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Comparing Chemiluminescent and LED Light for Trapping Water Mites and Aquatic Insects
Andrea J. Radwell and Nicholas B. Camp

Southeastern Naturalist, Volume 8, Number 4 (2009): 733–738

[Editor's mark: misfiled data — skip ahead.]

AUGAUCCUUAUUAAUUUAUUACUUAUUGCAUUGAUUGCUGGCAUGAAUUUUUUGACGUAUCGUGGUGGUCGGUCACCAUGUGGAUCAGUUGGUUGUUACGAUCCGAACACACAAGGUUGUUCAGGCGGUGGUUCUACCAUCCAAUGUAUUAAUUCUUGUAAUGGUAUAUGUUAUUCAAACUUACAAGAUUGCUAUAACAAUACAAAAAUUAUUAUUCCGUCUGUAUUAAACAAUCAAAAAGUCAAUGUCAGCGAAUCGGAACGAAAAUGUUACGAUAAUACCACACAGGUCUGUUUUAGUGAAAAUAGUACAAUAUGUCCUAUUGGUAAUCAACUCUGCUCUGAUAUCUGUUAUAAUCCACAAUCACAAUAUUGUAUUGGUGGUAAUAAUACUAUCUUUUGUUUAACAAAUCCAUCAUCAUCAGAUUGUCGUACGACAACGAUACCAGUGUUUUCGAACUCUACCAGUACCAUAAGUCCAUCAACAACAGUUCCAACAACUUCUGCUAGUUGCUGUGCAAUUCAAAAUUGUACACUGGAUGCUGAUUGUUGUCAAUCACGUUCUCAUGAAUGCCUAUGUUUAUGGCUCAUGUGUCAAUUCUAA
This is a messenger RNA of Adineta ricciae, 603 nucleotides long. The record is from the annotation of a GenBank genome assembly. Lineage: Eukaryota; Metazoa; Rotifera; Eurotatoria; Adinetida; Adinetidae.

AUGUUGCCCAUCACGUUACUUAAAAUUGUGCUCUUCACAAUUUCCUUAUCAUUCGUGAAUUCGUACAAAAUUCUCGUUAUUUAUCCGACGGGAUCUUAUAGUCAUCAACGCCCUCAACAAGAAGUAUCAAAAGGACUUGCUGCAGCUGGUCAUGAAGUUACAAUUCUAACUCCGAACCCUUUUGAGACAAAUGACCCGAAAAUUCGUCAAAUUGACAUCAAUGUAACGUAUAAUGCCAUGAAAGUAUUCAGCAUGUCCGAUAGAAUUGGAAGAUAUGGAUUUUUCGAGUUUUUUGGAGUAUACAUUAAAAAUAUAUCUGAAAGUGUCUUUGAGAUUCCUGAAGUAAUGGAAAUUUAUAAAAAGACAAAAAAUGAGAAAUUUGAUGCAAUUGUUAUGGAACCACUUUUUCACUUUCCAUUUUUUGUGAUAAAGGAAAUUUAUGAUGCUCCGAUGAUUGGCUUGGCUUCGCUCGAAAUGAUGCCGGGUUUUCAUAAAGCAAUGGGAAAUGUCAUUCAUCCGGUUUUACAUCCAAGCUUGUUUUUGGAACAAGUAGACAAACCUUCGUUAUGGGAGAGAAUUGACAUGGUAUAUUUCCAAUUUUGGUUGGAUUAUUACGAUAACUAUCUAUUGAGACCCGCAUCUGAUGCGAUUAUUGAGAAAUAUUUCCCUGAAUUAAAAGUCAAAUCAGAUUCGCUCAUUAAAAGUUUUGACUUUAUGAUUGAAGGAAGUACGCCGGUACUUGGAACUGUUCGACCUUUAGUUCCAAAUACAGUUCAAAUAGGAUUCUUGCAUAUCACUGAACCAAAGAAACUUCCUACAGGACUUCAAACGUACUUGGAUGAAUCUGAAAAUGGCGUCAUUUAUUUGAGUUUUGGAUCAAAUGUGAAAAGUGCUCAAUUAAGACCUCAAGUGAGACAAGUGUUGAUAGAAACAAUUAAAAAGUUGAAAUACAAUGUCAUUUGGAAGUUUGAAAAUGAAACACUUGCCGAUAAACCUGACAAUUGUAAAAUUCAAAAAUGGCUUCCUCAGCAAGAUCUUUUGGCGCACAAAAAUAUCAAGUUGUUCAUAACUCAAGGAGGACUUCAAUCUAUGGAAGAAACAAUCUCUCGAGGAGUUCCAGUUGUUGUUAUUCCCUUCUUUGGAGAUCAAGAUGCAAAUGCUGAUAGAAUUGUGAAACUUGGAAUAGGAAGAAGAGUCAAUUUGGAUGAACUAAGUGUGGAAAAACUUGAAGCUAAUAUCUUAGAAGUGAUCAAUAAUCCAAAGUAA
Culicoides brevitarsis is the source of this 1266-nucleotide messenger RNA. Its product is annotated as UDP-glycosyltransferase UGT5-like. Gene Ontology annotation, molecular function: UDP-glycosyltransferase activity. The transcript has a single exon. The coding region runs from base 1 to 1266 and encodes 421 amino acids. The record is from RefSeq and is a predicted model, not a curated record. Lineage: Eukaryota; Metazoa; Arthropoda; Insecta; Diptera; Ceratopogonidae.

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2009 SOUTHEASTERN NATURALIST 8(4):733–738 Comparing Chemiluminescent and LED Light for Trapping Water Mites and Aquatic Insects Andrea J. Radwell1,* and Nicholas B. Camp2 Abstract - This research compared the effectiveness of red, yellow, green, and blue chemiluminescent candles and white light from an LED source in capturing water mites and aquatic insects in a macrophyte bed of a small reservoir. We sought to compare the abundance of organisms captured and to determine whether specific taxa showed a preference for certain colors. A total of 2974 organisms in 19 taxa were collected including 7 water mite genera and 12 other invertebrate taxa. The abundance of Hydrachnida (water mites) in the traps was greater than all other taxa combined. The dominant insect taxa collected were Ephemeroptera and Odonata. No statistically significant inter-taxon preferences for color were found, but overall there was a greater attraction to yellow, green, or white light than to red and blue light. Since white light from the reusable LED source performed as well as yellow or green disposable chemiluminescent candles that are typically used in aquatic traps, submersible LED fl ashlights could be considered a suitable alternative. Introduction Abundant and diverse assemblages of lentic invertebrate species can be found in pools, backwaters, and margins of rivers and streams and in the littoral zone of small lakes and reservoirs. A 1-m2 area of substrate from littoral macrophyte beds in eutrophic lakes may contain as many as 2000 juvenile and adult water mites (Acari: Hydrachnida; Smith et al. 2001). Water mites and insects have a complex ecological relationship that includes parasitism and predation, and together they form one of the most abundant invertebrate groups in lentic habitats. While nets have been effectively used to collect lentic invertebrates, they present certain disadvantages, particularly when macrophyte beds are the habitat of interest. Wading through the sampling area may result in dispersal of organisms and damage to vegetation. Because collection of water mites and early instars of insects requires nets with fine mesh, clogging is often a problem. Samples collected using nets often include substantial amounts of plant material and detritus that make sorting difficult. Light trapping is an alternative that eliminates some limitations of collecting with nets in lentic habitats and can be useful in areas that are not easily accessible. Most studies of the preference of various insect taxa for particular colors in light traps have been done in terrestrial environments. Barker et al. (1997) demonstrated that yellow and white consistently attracted more 1Department of Biological Sciences, University of Arkansas, Fayetteville, AR 72701. 234 Sunrise Place, Cabot, AR 72023. *Corresponding author - 734 Southeastern Naturalist Vol. 8, No. 4 organisms than darker colors, such as blue, and hypothesized that herbivorous insects are more attracted to yellow because it is the peak reflectance of plants. Yellow was also found to be more attractive to pollen beetles (Nitidulidae; Blight and Smart 1999), and lime green, spring green, and yellow were shown to be most effective in collecting the majority of Bemisia argentifolii Bellows and Perring (Silverleaf Whitefly; Aleyrodidae) and leafhopper species (Cicadellidae) (Chu 2000). White was more attractive to Palpita unionalis (Hübn) (Jasmine Moth; Pyralidae) when compared to yellow (Athanassiou et al. 2004). Research on the effect of color in light-trapping in aquatic habitats is limited. Hungerford et al. (1955) were among the first to report on the effectiveness of submerged light traps, and they established the usefulness of this method for the capture of various freshwater invertebrate taxa. In a comparison of lit and unlit traps, Pieczynski (1962) demonstrated a strong affinity of water mites to light and suggested the usefulness of traps for studying species that are rare but have a strong response to light. Barr (1979) compared dipnets and traps baited with yellow-green luminescent light for trapping water mites and found that light traps often collected more individuals than dipnets, although the choice of yellow-green rather than red or blue was not explained. The utility of submersible light emitting diode (LED) fl ashlights in aquatic light traps has not been reported. The goal of our research was to compare the effectiveness of red, yellow, green, and blue chemiluminescent candles and a LED fl ashlight (white light) in capturing water mites and aquatic insects in a macrophyte bed of a small reservoir. We sought to compare the abundance of organisms captured and to determine whether specific taxa showed a preference for certain colors. Field-site Description The experiment was conducted in Lake Leatherwood, Eureka Springs, Carroll County, AR. Lake Leatherwood is a 34-ha impoundment of Leatherwood Creek completed in 1944 by the Civilian Conservation Corps. A 28-m2 macrophyte bed with a depth of 50 to 82 cm was selected for submersion of light traps. The predominant macrophytes were Potamogeton nodosus Poir. (Pondweed; Potamogetonaceae) and Ceratophyllum demersum L. (Coontail; Ceratophyllaceae). Methods Bioquip™ light traps (model #2821) were positioned at dusk and retrieved at dawn each day for 9 consecutive days (27 Aug–5 Sept 2007). Two Ameriglo ™ chemiluminescent candles of red, yellow, green, or blue were placed in four traps with one color per trap, and a fifth trap contained a submersible Underwater Kinetics™ light emitting diode (LED) fl ashlight (model 09102) powered by two AAA batteries. The traps were placed at least 1 m apart, and 2009 A.J. Radwell and N.B. Camp 735 the position of the colors relative to each other was randomly assigned each day. Water and air temperature were measured each day at dawn. To retrieve each sample, the trap was lifted from the bottom of the lake and placed, while remaining submerged, into a large 250-μm mesh net to prevent fl ushing of organisms back into the lake. The funnels on each side of the trap were removed to wash out organisms while it was in the submerged net. The trap was then removed from the net, and the net was pulled from the water. The contents of the net were placed in a 1-L container of lake water. In the laboratory, each sample was placed in a large white tray and live organisms were collected using a pipette. Water mites were placed in modified Koenike’s solution (50% glycerine, 10% glacial acetic acid, and 40% water), and insects were placed in 70% ethanol. Water mites were identified to genus, and insects were identified to family. One-way ANOVA was used to determine whether there were signifi- cant differences in attraction to red, yellow, green, blue, or white light. The response of all organisms combined and that of major taxa including Hydrachnida, Insecta, Ephemeroptera, Odonata, and the water mite genus Arrenurus were analyzed. When ANOVA results were significant (α = 0.05), least signifi- cant difference tests were used to determine specific differences. Results No spates or other notable weather events occurred during the sampling period. Air temperature was 24 ± 2 ºC and water temperature was 28 ± 1 ºC. The chemiluminescent candles continued to emit light until the traps were retrieved, although the blue candles were nearly extinguished by sunrise. The LED light provided consistent light each night. A total of 2974 organisms were collected representing 7 water mite genera and 12 other invertebrate taxa (Table 1). Water mites were more abundant than insects in the traps, and the water mite genus Arrenurus was the most abundant taxon, accounting for more than half of the total organisms. Baetid mayfl ies were the most common insects. Very high densities of ostracodes, cladocerans, and copepods were present in both the water column and the traps. Since it was not possible to differentiate between those collected from the water column while retrieving the traps and those that had been attracted to the traps, no effort was made to analyze the response of these organisms. In contrast, insects and mites were not apparent in the water column. While some may have been captured in the retrieval process, the assumption was made that their numbers were not large enough to infl uence the outcome of the experiment. Of the 19 taxa, more organisms were attracted to yellow, green, and white light than red or blue light (P < 0.0001, Fig. 1). Water mites were more attracted to yellow, green, and white than red or blue (P = < 0.0001). When data for the predominant water mite Arrenurus were analyzed separately, yellow, green, and white light captured more than red, but only green and white captured more than red or blue (P = 0.0009). Yellow, green, and white 736 Southeastern Naturalist Vol. 8, No. 4 attracted more insects than blue, but only green attracted more than red (P = 0.0058). Ephemeroptera and Odonata, when analyzed separately, did not produce significant results (P = 0.0563 and 0.1816, respectively). Discussion Light-trapping provided a convenient and effective method for obtaining information on the diversity of aquatic organisms in the lentic community of a small reservoir. The study addressed only the response of invertebrate taxa that are attracted to various colors or white light rather than the affinity of various taxa for traps or light in general; thus, the observed community composition may not refl ect the actual composition of the aquatic community. The method was particularly effective for capturing water mites, an invertebrate group that has received relatively less attention than insects in studies of freshwater communities. The response of both water mites and aquatic insects to color was consistent with earlier research on insects in terrestrial ecosystems that found yellow, green, and white to be more attractive than red or blue. Table 1. Total number of organisms by taxon collected from Lake Leatherwood, Carroll County, AR, 27 Aug–5 Sept 2007 in aquatic light traps baited with chemiluminescent candles and LED white light. Order/Family Genus Red Yellow Green Blue White Total Hydrachnida Lebertiidae Lebertia 13 25 46 24 24 132 Limnesiidae Limnesia 10 21 47 11 34 123 Hygrobatidae Atractides 2 3 0 3 2 10 Unionicolidae Neumania 16 82 70 11 34 213 Aturidae Albia 0 1 7 6 6 20 Mideopsidae Mideopsis 15 39 45 23 35 157 Arrenuridae Arrenurus 152 344 421 239 402 1558 Coleoptera Dytiscidae 3 8 18 5 10 44 Diptera Chironomidae 2 4 1 2 7 16 Ephemeroptera Baetidae 22 104 121 23 75 345 Caenidae 17 26 30 13 23 109 Ephemerellidae 5 7 2 1 18 33 Plecoptera Nemouridae 3 2 3 1 2 11 Zygoptera Coenagrionidae 18 4 20 4 16 62 Lestidae 2 1 1 0 4 8 Anisoptera Libellulidae 3 5 6 4 5 23 Gomphidae 10 11 14 7 9 51 Hemiptera Corixidae 1 0 0 2 0 3 Other (Amphipoda) 14 4 17 6 15 56 Total 308 691 869 385 721 2974 2009 A.J. Radwell and N.B. Camp 737 The LED fl ashlight proved as effective as the yellow or green chemiluminescent candles; thus, it could be considered a suitable substitute for disposable candles. The AAA batteries required replacement each day, but Figure 1. Attraction of taxa to aquatic light trap color (ANOVA). Error bars represent 95% confidence intervals. Specific differences were determined using least signifi- cant difference tests when ANOVA was significant (α = 0.05). Results that share the same letter were not found to be significantly different. 738 Southeastern Naturalist Vol. 8, No. 4 rechargeable batteries offer a cost-effective alternative. The fl ashlight used for this experiment was of relatively low intensity, yet it performed well compared to the chemiluminescent candles. Further research is needed to determine whether a LED light source of higher intensity or other sources of light (e.g., halogen or UV light) would be even more effective in attracting invertebrates in aquatic habitats. Acknowledgments We wish to acknowledge contributions to this research from the University of Arkansas, Fayetteville, including the Honors College, for financial and academic support; Jeff Velie, from the Agricultural Statistics Laboratory, for assistance with statistical analyses; and Scott Longing, from Soil, Water and Environmental Science, for his expertise in the taxonomy of insects. Eureka Springs Parks and Recreation provided access to Lake Leatherwood and cooperated in the effort to assure that the study site was not disturbed during the collection period. The willingness of Arthur V. Brown and Janice Hinsey to provide suggestions for improving the manuscript is appreciated. Literature Cited Athanassiou, C.G., N.G. Kavallieratos, and B.E. Mazomenos. 2004. Effect of trap type, trap color, trapping location, and pheromone dispenser on captures of male Palpita unionalis (Lepidoptera: Pyralidae). Journal of Economic Entomology 97(2):321–329. Barker, A.M., K.J. Sanbrooke, and N.J. Aebischer. 1997. The water-trap colour preferences of farmland sawfl ies. Entomologia Experimentalis et Applicata 85(1):83–86. Barr, D. 1979. Water mites (Acari, Parasitengona) sampled with chemiluminescent bait in underwater traps. International Journal of Acarology 5:187–194. Blight, M.M., and L.E. Smart. 1999. Infl uence of visual cues and isothiocyanate lures on capture of the pollen beetle, Meligethes aeneus in field traps. Journal of Chemical Ecology 25(7):1501–1516. Chu, C. 2000. Use of CC traps with different trap base colors for Silverleaf Whitefl ies (Homoptera: Aleyrodidae), thrips (Thysanoptera: Thripidae), and leafhoppers (Homoptera: Cicadellidae). Journal of Economic Entomology 93(4):1329–1337. Hungerford H., P.J. Spangler, and N.A. Walker. 1955. Subaquatic light traps for insects and other animal organisms. Transactions of the Kansas Academy of Science 58(3):387–407. Pieczynski, E. 1962. Notes on the use of light traps for water mites (Hydracarina). Bulletin de l’Académie Polonaise des Sciences, Classe II, Série des Sciences Biologiques 10:421–424. Smith, I.M., D.R. Cook, and B.P. Smith. 2001. Water mites (Hydrachnida) and other arachnids. Pp. 551–659, In J.H. Thorp and A.P. Covich (Eds.). Ecology and Classification of North American Freshwater Invertebrates, 2nd Edition. Academic Press, San Diego, CA. 1056 pp.